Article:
Put Bass Fishing on your To-do List for 2017

Here in the “Land of 10,000 Lakes,” the walleye is considered king. The walleye is, in fact, the state fish and is the preferred table fare. However, at the risk of offending Minnesota’s diehard walleye anglers, my opinion is that for catching sheer numbers of great-fighting fish, largemouth bass are hard to beat.

A couple dozen caught each day is common when bass fishing many Minnesota lakes, even during the summer heat. Plus, it’s hard to beat the fight and struggle a hooked largie provides. But does a bass taste as good as a walleye? Most say no. But if anglers just want to feel something pull back, and often, giving largemouths a try is certainly advisable.

Early-season bass is usually a shallow-water affair. During May and into early June any shallow cover like reeds, fallen trees, docks and boatlifts is a probable spot to locate them. A simple way to target these in the shallows is with a “do-nothing” soft stickbait fished “weightless.”

Soft stickbaits look like the common ballpoint pen, and don’t provide much action when rigged weightless. What I like to do is hook them “wacky-style,” inserting an oversized Kahle-style hook into the bait’s midsection. When rigged this way, the bait has a tantalizing fall with each end providing just enough wobble to attract bass lurking nearby to come over, inspect it and eat.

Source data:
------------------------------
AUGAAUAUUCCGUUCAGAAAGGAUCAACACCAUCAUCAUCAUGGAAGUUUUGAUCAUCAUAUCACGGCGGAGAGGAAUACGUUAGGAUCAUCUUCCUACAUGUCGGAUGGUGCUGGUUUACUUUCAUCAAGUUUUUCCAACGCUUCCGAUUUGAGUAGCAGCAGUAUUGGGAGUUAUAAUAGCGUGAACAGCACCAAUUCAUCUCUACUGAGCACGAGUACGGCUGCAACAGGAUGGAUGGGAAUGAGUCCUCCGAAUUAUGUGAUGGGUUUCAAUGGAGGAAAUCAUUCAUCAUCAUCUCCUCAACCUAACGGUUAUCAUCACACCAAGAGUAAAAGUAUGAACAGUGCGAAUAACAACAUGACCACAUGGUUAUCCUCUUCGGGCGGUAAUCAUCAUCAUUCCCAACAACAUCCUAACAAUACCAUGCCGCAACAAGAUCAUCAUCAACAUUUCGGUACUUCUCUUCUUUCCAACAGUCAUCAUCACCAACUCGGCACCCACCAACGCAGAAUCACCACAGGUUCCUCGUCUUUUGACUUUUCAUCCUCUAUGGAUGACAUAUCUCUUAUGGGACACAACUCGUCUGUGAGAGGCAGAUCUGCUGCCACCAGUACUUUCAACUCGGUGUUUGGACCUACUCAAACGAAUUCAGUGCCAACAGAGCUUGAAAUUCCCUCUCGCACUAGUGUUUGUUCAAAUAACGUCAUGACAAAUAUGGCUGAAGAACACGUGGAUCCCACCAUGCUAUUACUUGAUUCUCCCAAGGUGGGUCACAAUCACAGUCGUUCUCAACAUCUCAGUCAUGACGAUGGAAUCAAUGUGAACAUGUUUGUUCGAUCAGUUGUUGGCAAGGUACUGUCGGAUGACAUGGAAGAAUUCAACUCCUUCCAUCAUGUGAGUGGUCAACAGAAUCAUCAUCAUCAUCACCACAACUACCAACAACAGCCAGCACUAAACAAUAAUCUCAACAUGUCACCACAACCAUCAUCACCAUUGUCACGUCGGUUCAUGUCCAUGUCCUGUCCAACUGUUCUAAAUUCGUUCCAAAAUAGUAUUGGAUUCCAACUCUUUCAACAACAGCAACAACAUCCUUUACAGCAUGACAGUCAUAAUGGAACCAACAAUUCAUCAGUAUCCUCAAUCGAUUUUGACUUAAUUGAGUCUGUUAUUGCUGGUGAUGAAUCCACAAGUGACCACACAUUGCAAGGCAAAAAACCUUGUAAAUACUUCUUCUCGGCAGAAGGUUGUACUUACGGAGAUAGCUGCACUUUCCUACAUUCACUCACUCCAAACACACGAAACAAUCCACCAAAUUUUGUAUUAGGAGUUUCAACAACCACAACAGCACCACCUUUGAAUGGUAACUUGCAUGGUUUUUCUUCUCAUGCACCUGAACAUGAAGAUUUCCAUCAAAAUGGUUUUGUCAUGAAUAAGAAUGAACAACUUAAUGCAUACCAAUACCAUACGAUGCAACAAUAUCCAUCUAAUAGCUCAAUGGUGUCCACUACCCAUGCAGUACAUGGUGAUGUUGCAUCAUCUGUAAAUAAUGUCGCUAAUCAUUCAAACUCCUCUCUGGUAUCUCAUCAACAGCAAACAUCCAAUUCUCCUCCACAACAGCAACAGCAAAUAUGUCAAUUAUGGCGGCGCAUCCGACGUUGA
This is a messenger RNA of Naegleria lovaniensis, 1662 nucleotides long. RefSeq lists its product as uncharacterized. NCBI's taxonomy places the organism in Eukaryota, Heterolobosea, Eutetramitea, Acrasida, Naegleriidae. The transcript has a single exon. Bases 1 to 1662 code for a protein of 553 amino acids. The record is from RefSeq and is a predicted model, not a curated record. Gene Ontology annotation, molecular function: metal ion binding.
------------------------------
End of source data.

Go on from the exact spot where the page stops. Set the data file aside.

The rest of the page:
This is simple fishing—I cast the bait to shallow cover and slowly let it fall while watching for bites. Depending on water clarity, sometimes I see the bass approach and bite, while other times I see the line start to move off. You need patience to let the bait sink and sit. This is key, as bass will often come and take the bait, even once it’s reached the bottom.

This basic technique requires simple gear: a 6- to 6 1/2-foot-long medium-power, fast-action spinning rod and reel spooled with braided line. This combo works great, allowing anglers to make long, yet accurate casts to shallow cover while providing the power necessary to hook and land the harder-fighting fish. Cabela’s new Fish Eagle rods come in ideal lengths and the actions are sensitive, yet strong. Pairing these rods with Tournament ZX reels allows for longer casts and smoother retrieves, while the reels have durable drags for battling bass. Spooling with braided line like P-Line’s new XTCB-8 Braid Hi Vis Yellow completes the setup. The no-stretch quality of the braided line makes for solid long-distance hook-sets.

For the bait itself, I prefer an Impulse Dipstick worm because it has the right combination of scent, flavor and subtle falling action to tempt and trigger bass to bite. This bait in the White Shad color pattern is great in the shallows. The white color allows me to see the baits better, and the exciting bite of a shallow largemouth.

If seeing and feeling more bites this season is your goal, consider giving shallow-water largemouths a try. These tips outlined above can help you have success on the water.